“How much time?”
“Two minutes fifteen.”
“Time the line start-i-n-g . . . now!”
“Ready, about. Time.”
“Tell me when it’s forty-five.”
“Ready about. Let that jib out - we’re early. OK,
now pull it in.”
“Head up, head up, starboard, right-of-way!” Terry
yells at the boats to port.
The gun goes off, we scramble up on the high side,
Terry heads up just inches from the boat to
starboard and another race is underway.
|Terry and Shirley Schroeder
back in 1995.
Terry’s the skipper – I’m the crew and my main job
before any race is to watch the clock. I bury my
head in my chest and stare at the stopwatch so I
don’t have to see how close we are to other boats
or the committee boat at the start of a race.
Adrenalin runs rampant, mouth is dry, all muscles
tense until we clear that starting line and the
race is underway.
For nearly thirty-five years, my husband Terry and
I raced our 19’ Flying Scot sailboat, Checkmate.
That first summer the boat was on the lake nearly
every day and when we won the very first race
entered, we were bitten by the racing bug. Once
bitten, the only cure was to enter every race
possible. So we did and we raced every summer
until this one. We have dozens of trophies to show
for our sport. While the trophies meant a lot at
first, after while they were expected. We won
everything from individual regattas, highest
points for the season, Skipper of the Year, Crew
of the Year and good sportsmanship. Terry has a
trophy named after him at the annual North
American Flying Scot Championship Regatta.
How I loved being in that Flying Scot. For those
who aren’t familiar with it, it’s 19 feet long,
seven feet wide, has a centerboard that reaches
approx. 6 feet down and boasts three sails, main,
jib and spinnaker. Because of its width, it’s a
very stable boat. It has seats much like a normal
chair and room enough for eight adults. It’s
entirely fiberglass with styrofoam floatation and
unsinkable. One of my favorite things about it was
to lean over the side and dip my hand into the
While most of our Flying Scot friends sailed their
Scot for a few years and upgraded to a cruising
boat, we couldn’t bring ourselves to leave our
Scot. It was just too much fun being down near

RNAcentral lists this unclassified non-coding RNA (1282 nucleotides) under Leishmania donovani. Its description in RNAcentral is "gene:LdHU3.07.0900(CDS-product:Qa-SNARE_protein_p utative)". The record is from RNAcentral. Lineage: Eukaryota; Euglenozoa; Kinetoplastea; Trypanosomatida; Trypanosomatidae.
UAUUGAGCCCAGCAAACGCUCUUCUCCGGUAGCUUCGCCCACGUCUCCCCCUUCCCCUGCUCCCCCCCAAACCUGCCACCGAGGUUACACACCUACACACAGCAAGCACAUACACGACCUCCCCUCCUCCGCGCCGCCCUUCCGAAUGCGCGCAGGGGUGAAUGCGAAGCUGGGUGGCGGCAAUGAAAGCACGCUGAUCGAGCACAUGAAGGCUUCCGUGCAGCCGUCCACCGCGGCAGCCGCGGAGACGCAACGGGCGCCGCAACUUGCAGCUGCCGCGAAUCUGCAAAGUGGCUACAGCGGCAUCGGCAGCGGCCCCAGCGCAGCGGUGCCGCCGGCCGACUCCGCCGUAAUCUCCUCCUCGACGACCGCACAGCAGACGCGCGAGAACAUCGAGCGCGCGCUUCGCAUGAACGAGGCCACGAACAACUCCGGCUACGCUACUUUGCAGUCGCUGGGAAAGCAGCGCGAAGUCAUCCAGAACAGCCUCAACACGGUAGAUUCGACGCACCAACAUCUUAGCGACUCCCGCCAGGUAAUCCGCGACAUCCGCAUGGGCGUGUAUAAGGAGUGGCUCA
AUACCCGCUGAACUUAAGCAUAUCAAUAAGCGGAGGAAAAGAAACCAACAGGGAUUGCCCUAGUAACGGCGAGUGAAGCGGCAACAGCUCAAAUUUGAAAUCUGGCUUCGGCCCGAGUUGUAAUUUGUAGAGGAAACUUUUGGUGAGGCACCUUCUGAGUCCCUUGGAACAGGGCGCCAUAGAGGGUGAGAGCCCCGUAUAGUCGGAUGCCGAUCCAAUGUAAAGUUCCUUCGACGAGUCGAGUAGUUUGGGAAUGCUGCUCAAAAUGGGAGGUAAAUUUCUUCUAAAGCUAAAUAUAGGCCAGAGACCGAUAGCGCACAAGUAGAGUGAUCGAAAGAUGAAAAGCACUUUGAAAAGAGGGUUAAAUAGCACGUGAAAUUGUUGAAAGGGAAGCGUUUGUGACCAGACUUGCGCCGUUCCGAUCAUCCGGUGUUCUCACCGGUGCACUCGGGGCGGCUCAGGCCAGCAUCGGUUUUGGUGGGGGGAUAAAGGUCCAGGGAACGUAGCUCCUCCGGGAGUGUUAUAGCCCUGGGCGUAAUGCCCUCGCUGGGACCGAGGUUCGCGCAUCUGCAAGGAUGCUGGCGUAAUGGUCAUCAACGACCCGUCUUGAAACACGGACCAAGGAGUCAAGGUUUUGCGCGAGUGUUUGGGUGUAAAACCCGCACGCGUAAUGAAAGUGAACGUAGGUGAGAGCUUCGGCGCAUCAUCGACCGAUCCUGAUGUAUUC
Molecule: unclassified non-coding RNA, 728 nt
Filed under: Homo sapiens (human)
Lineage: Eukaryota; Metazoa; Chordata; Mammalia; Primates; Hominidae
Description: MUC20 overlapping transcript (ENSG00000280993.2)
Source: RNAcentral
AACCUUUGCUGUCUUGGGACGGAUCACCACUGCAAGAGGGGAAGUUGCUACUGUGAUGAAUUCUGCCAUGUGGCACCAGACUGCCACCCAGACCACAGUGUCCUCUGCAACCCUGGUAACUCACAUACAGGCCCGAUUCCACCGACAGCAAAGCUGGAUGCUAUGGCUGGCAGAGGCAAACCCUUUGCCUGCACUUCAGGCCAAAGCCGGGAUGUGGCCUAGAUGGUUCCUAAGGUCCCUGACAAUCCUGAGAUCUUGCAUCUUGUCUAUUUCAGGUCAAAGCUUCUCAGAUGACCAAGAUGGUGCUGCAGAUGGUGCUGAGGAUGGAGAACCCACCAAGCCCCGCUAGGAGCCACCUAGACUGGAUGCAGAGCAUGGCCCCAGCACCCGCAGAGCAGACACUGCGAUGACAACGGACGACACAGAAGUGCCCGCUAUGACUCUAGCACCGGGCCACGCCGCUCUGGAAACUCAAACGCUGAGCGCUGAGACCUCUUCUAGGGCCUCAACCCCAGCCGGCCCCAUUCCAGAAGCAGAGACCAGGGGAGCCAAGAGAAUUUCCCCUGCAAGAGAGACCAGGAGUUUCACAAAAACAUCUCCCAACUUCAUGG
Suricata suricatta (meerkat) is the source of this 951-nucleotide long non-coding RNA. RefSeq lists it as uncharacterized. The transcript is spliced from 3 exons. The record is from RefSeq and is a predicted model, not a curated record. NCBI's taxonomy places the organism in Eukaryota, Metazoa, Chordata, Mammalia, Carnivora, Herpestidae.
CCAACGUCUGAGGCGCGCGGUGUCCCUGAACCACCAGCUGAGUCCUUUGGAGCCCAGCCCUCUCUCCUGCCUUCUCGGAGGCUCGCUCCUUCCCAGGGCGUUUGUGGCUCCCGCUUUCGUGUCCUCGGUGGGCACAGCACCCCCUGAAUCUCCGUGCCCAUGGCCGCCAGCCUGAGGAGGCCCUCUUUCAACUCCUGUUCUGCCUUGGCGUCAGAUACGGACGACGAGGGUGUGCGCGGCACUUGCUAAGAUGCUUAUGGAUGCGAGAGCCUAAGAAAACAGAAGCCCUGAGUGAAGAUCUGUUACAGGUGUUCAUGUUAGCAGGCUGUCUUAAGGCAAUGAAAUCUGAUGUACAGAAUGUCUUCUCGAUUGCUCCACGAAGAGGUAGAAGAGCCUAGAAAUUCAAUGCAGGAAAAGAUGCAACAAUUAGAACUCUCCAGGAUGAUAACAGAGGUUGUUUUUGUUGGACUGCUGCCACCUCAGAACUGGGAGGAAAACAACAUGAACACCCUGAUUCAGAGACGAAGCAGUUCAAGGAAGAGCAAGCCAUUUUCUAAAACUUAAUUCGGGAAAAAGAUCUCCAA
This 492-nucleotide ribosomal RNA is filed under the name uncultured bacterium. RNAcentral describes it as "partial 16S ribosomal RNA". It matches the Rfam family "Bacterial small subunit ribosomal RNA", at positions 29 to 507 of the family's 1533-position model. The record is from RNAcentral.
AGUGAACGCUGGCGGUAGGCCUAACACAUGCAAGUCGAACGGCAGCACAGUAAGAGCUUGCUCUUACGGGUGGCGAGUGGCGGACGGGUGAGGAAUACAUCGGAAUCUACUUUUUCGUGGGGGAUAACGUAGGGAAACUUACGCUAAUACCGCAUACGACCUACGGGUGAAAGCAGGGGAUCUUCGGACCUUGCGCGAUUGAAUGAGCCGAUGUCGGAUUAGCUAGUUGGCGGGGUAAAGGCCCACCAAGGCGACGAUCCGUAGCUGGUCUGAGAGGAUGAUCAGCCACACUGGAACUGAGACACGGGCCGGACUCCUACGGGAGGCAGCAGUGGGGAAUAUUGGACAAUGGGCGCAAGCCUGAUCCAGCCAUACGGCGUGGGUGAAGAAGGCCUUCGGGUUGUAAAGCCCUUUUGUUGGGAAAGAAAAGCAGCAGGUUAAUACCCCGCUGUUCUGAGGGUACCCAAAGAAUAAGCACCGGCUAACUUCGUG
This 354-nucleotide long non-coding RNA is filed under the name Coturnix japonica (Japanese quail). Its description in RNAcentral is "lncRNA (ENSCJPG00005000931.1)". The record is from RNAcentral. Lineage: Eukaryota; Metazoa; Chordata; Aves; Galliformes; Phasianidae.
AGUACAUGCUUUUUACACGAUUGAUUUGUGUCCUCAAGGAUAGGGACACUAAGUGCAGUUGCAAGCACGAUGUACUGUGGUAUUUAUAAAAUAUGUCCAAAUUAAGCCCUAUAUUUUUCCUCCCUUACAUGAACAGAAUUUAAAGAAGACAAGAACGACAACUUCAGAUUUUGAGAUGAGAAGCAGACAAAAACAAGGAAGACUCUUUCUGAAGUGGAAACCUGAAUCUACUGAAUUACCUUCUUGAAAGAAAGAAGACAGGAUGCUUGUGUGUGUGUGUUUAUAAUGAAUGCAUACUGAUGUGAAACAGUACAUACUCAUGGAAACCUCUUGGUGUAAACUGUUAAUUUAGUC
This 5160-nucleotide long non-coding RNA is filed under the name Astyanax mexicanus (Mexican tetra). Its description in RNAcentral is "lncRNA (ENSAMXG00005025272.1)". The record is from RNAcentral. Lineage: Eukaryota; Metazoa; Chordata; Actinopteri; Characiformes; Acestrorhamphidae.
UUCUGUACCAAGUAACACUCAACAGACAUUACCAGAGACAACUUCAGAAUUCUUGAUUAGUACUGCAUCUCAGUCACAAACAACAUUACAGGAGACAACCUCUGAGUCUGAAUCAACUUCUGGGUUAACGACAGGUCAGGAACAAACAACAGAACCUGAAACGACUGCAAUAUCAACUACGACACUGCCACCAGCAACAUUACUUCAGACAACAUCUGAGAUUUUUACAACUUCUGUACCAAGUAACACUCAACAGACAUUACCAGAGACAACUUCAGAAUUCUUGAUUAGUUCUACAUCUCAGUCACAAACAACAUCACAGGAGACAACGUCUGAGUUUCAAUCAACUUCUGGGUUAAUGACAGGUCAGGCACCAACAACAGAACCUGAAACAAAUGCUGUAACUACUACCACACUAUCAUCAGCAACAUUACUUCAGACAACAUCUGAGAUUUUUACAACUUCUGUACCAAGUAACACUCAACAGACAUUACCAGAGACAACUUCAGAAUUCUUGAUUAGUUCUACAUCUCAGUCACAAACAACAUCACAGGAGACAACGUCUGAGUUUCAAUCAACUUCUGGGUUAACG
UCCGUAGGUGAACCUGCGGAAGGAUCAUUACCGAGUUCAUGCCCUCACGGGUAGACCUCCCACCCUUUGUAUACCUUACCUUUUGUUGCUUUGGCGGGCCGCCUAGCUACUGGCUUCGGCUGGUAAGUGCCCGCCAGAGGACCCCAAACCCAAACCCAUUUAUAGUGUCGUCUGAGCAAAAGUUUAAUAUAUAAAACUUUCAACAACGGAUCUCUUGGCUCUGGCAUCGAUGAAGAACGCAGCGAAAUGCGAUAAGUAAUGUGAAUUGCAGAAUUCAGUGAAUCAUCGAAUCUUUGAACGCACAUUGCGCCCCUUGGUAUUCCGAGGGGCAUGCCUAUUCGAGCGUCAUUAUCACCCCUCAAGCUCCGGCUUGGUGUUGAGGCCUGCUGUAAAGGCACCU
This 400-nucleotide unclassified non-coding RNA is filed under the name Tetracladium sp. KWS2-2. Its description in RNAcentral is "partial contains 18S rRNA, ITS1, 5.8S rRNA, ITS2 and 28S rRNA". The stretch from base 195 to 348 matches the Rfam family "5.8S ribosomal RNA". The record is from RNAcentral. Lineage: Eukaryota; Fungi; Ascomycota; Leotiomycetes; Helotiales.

But last summer was the end of my racing career.
It’s most difficult to explain the emotions that
ran rampant through my mind and soul when it
became clear to me I couldn’t handle what it took
to race anymore. Oh, I tried it. Went out there as
usual only to find my seventy-year-old legs just
couldn’t handle scrambling over the centerboard
and up the high side to hike out. That entire
night I tossed and turned, aching, stabbing pain
in every leg muscle and joint. I had to keep
moving my legs because I couldn’t stand the agony
when I lay still. After that sleepless night I
realized my racing career was over. Not sailing.
Just racing. At least racing in our Flying Scot.
Emotions I dealt with were an overwhelming sense
of loss – loss not only for me but Terry. He
depended on me in a race because over the years he
trained me to do exactly what he wanted when.
Husband-wife teams are rare because most skippers
become Captain Bly when racing. And he went
through that stage but soon learned I was the best
crew if only because I was more available than
anyone else. We had our share of arguments on the
water but we both loved it out there too much so
soon learned to make allowances for each other.
Besides a sense of loss times two – one for me,
one for Terry – I felt like I was letting him
down. On the other hand, I am just plain
physically unable to go on. I had to face it – the
end had come for me to crew in races with our
People might wonder why I can’t just sit in the
boat? Why move about so much? Instinct won’t let
me just sit there – not during a race. In a race
my entire body is trained to move constantly
depending on how the boat heels. Without thinking
I automatically switch my weight back and forth,
move at exactly the right moment when tacking so
weight distribution is perfect and there is no
time to relax until the race is over.
So now what? We give up sailing? Not yet! We’re
going to get a cruising boat. Not too big so we
can trailer it around the area but big enough to
it’ll be less taxing on my old legs. Sad as it is
to say farewell to Checkmate, it’s easier that
than farewell to sailing.
Shirley Schroeder is a freelance writer from
Wisconsin and a member of the Lake DuBay Sailing